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  #1  
Old 12-03-2012, 11:26 AM
23's Dad's Avatar
23's Dad 23's Dad is offline
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Default Chamfer and Deburring Station

I'm just getting into reloading for rifles. I started using my chamfer/deburr tool and I was sick of the task within 20 rounds. I wanted to set up a powered station to perform the task but I was concerned about a couple of issues.

Technical:
1) over chamfering at high speeds, and sharpening the case mouth excessively or even shortening it beyond the trimmed length.
2) Running the tool at speeds higher than designed and reducing tool life and heating the brass
3) Sticking my non-replaceable digits into the region of a spinning metal object.

Price/convenience:
1) I don't have a lot of room for a permanent install,
2) I don't want to dedicate my only battery powered drill to the task, or buy a dedicated tool for the job.
3) Noise

I realized I already had the perfect tool in my box. An old manual crank drill! It has an adequately sized chuck to fit my deburring/chamfer tool. The tool runs at low speed. I already own it. And I can control the cut by counting the rotations of the handle.

Tah Dah!!!:





It chamfers, deburrs, it even makes potato chips.

Anyway it has certainly reduced the agony of the task, and is really speedy. I can chamfer, swap ends, and deburr a hundred trimmed cases in about 15 minuets.

Last edited by 23's Dad; 12-03-2012 at 11:27 AM.. Reason: fix typo
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  #2  
Old 12-03-2012, 11:59 AM
slo5oh slo5oh is offline
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I wonder if i could convert my mothers old foot pedal sewing machine like this...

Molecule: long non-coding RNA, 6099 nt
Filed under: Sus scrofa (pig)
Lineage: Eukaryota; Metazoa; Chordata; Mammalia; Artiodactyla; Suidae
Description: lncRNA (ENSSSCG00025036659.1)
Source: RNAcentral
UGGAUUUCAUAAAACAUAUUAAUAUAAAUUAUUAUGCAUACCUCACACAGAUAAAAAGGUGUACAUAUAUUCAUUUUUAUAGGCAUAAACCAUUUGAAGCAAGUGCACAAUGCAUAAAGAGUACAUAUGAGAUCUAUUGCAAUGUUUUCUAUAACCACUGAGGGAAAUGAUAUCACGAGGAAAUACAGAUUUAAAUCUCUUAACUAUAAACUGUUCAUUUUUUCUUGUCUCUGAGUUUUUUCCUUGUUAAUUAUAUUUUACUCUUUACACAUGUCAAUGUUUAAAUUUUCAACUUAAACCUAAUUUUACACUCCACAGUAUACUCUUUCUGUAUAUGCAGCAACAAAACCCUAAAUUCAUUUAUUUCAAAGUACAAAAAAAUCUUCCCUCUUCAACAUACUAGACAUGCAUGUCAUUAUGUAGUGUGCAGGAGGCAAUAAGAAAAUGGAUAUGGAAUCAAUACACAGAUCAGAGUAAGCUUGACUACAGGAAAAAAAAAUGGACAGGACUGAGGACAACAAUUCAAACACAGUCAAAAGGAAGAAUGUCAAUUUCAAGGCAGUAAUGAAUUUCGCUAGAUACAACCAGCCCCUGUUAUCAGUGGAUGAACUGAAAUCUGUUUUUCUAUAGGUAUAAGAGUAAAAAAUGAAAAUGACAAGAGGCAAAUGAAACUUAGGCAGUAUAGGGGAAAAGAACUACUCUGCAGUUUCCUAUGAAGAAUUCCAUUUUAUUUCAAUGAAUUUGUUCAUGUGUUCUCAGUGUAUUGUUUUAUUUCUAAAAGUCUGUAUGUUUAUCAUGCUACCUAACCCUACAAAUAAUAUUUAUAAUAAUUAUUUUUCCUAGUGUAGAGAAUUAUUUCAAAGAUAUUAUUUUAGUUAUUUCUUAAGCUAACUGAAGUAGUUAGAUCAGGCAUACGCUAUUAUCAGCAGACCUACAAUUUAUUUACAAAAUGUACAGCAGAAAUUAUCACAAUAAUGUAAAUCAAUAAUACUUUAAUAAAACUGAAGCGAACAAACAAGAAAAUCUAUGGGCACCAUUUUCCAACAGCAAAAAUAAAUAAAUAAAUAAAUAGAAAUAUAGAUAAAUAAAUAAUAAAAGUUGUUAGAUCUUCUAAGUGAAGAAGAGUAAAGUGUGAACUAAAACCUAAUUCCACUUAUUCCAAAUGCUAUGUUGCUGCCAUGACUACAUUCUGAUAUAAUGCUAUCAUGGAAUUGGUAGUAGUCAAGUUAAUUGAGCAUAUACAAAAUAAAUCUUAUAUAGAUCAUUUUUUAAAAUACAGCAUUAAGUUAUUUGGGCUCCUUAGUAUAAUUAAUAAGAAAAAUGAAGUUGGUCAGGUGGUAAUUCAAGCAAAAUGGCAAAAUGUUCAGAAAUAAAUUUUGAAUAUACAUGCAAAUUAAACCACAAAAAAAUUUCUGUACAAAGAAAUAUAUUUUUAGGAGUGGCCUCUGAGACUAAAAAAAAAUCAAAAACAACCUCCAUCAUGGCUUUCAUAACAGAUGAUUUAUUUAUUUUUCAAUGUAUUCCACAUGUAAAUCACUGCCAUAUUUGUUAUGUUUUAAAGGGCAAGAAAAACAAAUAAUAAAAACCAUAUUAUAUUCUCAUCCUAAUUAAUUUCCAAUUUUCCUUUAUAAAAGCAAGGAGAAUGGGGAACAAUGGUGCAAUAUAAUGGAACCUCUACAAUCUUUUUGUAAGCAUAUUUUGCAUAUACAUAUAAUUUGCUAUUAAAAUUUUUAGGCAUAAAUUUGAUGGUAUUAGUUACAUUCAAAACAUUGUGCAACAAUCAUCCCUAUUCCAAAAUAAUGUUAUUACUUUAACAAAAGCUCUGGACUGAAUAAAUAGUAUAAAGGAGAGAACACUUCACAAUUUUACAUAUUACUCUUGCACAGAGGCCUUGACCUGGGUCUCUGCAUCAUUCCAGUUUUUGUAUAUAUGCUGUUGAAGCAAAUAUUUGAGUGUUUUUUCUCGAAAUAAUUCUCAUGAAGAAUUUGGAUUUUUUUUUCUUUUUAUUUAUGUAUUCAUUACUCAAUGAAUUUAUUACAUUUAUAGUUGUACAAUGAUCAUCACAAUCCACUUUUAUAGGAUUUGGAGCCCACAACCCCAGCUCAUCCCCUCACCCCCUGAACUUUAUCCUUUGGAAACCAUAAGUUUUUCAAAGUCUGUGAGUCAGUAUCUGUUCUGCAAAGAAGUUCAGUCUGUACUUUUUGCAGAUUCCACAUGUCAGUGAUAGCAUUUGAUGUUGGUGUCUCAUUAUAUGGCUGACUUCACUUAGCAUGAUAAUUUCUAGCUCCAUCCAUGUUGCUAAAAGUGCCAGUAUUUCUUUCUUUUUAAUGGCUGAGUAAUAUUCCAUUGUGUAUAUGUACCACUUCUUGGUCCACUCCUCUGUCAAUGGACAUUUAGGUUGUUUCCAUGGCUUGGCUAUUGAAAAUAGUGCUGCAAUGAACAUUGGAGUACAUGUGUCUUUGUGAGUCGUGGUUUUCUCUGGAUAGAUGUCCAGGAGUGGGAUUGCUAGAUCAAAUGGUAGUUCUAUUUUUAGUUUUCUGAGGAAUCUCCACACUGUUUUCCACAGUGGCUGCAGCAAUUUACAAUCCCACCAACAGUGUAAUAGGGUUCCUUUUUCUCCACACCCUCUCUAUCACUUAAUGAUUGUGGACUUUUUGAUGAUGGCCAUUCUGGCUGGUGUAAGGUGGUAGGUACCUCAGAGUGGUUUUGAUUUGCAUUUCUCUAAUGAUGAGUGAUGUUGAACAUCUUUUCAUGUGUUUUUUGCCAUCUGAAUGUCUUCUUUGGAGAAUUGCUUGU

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  #3  
Old 12-03-2012, 12:06 PM
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Quinc Quinc is offline
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Default

my next purchase will trim and debur at the same time:
http://www.grafs.com/retail/catalog/...roductId/20891
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Old 12-03-2012, 3:09 PM
shooterbill shooterbill is offline
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Cool idea. I never thought of using a manual drill. I have the Lyman case prep express and it works great. The drill would have been a cheaper way to go.
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Old 12-03-2012, 3:20 PM
Wombat25 Wombat25 is offline
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My cordless drill has a flat-bottom battery that allows it to stand on my workbench. I put my chamfer/deburr tool in a drill adapter, throw it in there, and use a zip-tie to hold the trigger down at a moderate speed. This has worked great for me for years now.
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  #6  
Old 12-04-2012, 9:30 AM
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Default Looked into that too...

Quote:
Originally Posted by Quinc View Post
my next purchase will trim and debur at the same time:
http://www.grafs.com/retail/catalog/...roductId/20891

I don't like the Forester Trimmer that I have, so I didn't want to put more cash down that hole.

I bought a WFT and love it. http://www.littlecrowgunworks.com/wft.html

It cuts the cases really square, but leaves a sharp edge on the case mouth to chamfer and deburr.
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